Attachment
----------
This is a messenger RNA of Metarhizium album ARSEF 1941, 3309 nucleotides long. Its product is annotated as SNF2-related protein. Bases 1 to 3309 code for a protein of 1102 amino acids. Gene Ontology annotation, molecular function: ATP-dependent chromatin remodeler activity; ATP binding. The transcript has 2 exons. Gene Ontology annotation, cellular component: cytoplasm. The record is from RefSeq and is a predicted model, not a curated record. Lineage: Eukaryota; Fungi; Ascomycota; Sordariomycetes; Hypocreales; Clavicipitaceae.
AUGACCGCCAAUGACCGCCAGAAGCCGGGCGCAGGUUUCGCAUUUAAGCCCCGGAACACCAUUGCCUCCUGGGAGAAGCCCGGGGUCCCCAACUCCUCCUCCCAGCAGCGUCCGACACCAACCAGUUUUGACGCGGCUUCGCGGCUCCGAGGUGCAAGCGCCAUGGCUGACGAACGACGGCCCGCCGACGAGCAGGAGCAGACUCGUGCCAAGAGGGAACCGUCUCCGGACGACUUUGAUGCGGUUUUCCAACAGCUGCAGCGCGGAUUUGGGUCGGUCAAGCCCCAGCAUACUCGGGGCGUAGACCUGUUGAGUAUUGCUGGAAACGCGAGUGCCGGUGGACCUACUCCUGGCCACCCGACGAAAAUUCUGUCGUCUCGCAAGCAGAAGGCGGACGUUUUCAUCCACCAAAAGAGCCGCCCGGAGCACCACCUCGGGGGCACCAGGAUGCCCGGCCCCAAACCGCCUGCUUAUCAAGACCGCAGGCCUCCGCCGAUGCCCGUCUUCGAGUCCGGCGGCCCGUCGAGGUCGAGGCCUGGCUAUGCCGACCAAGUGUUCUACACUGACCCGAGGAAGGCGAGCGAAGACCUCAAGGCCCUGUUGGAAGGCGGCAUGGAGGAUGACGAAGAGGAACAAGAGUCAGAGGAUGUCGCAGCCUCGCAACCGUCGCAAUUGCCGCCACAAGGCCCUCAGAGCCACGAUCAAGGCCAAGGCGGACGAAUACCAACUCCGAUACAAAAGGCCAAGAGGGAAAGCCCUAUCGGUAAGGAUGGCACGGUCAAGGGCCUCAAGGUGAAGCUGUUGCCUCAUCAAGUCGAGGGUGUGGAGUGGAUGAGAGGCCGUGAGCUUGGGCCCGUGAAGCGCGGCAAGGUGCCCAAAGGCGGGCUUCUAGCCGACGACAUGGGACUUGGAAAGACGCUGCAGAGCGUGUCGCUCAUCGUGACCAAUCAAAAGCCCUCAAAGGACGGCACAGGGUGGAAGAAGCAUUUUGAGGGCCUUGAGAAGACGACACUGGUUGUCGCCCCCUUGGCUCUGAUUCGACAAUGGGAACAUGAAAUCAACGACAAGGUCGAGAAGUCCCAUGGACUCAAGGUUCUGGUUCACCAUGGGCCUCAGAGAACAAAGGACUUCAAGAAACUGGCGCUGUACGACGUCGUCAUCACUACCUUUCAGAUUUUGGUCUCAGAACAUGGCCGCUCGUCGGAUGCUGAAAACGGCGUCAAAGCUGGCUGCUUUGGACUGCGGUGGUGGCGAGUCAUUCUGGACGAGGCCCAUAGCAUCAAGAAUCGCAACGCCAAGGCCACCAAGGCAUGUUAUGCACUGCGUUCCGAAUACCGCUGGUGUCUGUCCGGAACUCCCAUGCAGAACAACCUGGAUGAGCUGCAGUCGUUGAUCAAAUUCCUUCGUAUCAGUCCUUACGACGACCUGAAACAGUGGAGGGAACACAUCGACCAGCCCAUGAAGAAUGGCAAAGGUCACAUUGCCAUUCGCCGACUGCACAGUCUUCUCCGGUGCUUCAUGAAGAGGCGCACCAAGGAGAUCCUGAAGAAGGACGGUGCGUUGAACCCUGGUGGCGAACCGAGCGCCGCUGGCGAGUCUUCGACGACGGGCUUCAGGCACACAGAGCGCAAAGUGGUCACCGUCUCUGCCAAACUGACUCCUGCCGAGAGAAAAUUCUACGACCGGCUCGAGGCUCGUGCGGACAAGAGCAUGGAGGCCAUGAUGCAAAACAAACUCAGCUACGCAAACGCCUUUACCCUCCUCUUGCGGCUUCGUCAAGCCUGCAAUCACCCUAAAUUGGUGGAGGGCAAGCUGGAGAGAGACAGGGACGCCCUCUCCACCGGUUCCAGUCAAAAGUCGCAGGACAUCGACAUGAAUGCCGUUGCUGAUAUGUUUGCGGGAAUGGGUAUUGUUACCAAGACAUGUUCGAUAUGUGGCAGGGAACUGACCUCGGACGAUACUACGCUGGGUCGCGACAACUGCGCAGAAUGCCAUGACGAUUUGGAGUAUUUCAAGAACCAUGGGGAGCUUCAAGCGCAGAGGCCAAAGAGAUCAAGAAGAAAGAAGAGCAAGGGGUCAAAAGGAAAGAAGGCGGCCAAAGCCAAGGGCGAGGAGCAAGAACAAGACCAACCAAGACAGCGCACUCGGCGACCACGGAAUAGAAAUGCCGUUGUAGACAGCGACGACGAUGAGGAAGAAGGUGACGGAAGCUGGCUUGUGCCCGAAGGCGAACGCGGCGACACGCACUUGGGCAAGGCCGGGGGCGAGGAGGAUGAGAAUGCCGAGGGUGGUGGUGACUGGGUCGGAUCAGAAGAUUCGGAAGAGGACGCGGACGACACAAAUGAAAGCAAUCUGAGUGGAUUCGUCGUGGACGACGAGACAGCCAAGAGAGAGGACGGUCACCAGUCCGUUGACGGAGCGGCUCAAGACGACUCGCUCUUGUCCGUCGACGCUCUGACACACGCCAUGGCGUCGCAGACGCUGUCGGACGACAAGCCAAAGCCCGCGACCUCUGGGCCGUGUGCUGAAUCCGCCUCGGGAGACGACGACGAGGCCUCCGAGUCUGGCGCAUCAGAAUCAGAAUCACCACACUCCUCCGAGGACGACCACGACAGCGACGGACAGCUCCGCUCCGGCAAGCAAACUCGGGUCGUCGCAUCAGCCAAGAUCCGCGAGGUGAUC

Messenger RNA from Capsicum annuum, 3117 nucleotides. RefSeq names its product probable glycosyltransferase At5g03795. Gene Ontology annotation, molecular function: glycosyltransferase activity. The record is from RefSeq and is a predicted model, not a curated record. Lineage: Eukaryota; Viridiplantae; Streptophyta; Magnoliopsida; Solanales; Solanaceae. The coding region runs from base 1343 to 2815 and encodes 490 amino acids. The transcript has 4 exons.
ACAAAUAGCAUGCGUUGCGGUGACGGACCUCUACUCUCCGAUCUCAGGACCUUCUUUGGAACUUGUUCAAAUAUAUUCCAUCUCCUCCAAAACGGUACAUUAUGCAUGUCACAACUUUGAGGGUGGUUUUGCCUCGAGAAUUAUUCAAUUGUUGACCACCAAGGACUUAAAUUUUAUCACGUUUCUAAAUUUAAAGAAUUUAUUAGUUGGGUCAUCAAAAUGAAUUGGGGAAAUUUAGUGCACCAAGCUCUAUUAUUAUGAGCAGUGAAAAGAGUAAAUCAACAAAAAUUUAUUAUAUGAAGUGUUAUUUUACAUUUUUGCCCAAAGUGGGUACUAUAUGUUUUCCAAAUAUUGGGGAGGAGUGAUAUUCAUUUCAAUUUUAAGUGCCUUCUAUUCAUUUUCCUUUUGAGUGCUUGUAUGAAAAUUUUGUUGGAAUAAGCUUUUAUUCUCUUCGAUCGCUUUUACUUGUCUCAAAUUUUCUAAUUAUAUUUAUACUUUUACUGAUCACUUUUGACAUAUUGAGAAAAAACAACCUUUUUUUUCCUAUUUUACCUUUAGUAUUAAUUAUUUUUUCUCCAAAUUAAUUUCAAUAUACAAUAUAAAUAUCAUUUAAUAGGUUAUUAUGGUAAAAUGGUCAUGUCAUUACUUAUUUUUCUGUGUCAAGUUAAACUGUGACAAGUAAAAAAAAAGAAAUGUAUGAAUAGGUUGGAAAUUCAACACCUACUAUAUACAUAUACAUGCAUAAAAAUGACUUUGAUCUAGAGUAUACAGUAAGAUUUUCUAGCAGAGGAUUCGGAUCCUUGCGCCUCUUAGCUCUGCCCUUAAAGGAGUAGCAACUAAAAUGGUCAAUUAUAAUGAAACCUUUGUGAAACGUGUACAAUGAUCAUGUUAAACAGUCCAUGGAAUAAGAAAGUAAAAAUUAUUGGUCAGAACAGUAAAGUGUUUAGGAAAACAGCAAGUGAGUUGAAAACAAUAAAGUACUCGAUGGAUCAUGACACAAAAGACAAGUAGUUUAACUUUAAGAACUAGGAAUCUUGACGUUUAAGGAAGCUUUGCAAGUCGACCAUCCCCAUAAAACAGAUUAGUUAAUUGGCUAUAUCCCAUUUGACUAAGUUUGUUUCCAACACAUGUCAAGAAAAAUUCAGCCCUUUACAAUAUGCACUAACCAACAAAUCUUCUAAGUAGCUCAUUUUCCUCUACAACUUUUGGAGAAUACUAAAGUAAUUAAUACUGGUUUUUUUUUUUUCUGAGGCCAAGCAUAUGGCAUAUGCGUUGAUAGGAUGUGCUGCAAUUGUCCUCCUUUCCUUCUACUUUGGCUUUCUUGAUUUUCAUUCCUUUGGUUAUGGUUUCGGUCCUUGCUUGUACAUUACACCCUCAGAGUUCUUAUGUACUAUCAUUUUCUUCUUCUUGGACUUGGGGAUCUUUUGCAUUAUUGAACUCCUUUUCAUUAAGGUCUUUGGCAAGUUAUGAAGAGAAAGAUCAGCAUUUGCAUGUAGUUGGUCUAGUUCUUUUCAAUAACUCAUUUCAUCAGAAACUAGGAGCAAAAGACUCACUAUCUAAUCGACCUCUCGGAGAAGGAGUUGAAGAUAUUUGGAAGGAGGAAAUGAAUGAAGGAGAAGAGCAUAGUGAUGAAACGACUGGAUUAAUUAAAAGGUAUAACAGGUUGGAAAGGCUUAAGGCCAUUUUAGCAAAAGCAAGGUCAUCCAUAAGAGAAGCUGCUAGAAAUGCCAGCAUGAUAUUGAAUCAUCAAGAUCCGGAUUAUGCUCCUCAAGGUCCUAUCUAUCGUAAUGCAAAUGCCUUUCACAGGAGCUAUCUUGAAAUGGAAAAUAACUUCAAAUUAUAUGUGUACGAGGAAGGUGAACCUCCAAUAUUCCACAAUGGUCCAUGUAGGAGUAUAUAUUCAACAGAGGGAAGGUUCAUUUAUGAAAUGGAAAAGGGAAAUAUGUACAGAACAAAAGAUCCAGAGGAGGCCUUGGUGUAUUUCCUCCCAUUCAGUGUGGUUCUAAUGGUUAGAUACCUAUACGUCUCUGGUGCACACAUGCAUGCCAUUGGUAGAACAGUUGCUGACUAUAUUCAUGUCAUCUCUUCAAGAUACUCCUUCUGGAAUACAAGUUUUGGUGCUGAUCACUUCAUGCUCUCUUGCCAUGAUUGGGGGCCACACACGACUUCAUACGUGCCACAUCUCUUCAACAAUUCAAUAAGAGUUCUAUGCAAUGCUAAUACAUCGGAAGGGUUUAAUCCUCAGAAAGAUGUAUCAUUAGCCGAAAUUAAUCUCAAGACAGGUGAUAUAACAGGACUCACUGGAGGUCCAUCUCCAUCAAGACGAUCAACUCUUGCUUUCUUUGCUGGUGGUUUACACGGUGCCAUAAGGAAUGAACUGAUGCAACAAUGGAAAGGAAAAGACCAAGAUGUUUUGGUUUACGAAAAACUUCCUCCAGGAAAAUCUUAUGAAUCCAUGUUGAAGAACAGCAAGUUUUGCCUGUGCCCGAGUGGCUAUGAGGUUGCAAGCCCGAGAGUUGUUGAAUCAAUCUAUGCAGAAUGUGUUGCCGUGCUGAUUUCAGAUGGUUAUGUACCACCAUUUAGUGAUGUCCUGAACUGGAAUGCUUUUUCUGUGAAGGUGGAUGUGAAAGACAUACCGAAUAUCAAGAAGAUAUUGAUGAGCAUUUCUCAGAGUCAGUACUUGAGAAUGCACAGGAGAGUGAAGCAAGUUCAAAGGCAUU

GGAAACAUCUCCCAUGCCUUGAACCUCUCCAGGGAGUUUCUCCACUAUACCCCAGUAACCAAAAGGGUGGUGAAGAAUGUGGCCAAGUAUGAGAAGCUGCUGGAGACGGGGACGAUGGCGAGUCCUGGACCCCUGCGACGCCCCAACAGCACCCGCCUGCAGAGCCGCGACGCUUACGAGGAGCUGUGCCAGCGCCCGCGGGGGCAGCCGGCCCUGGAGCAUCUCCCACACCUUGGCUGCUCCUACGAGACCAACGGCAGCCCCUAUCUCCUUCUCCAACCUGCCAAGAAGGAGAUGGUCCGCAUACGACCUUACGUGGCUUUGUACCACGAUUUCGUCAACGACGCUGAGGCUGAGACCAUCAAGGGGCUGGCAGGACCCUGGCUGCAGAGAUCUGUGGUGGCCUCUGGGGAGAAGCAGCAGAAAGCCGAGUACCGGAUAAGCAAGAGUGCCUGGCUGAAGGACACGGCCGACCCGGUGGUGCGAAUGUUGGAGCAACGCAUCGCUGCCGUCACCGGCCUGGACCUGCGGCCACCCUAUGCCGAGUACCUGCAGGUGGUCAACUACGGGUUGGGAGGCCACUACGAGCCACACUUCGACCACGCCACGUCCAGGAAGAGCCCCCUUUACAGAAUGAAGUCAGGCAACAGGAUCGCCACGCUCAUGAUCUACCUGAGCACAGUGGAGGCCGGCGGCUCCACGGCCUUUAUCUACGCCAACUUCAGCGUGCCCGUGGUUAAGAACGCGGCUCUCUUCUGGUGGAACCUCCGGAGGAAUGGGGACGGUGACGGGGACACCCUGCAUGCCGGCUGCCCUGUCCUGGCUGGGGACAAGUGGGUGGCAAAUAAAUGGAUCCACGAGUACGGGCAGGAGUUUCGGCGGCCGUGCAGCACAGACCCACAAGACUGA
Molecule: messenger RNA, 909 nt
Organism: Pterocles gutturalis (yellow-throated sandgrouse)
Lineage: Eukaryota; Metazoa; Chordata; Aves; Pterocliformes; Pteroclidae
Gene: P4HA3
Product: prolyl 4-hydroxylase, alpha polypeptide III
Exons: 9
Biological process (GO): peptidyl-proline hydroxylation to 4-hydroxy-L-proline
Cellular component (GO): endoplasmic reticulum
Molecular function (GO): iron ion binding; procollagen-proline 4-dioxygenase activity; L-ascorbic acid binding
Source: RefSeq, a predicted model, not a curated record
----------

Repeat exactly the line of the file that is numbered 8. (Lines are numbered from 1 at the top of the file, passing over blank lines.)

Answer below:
Lineage: Eukaryota; Metazoa; Chordata; Aves; Pterocliformes; Pteroclidae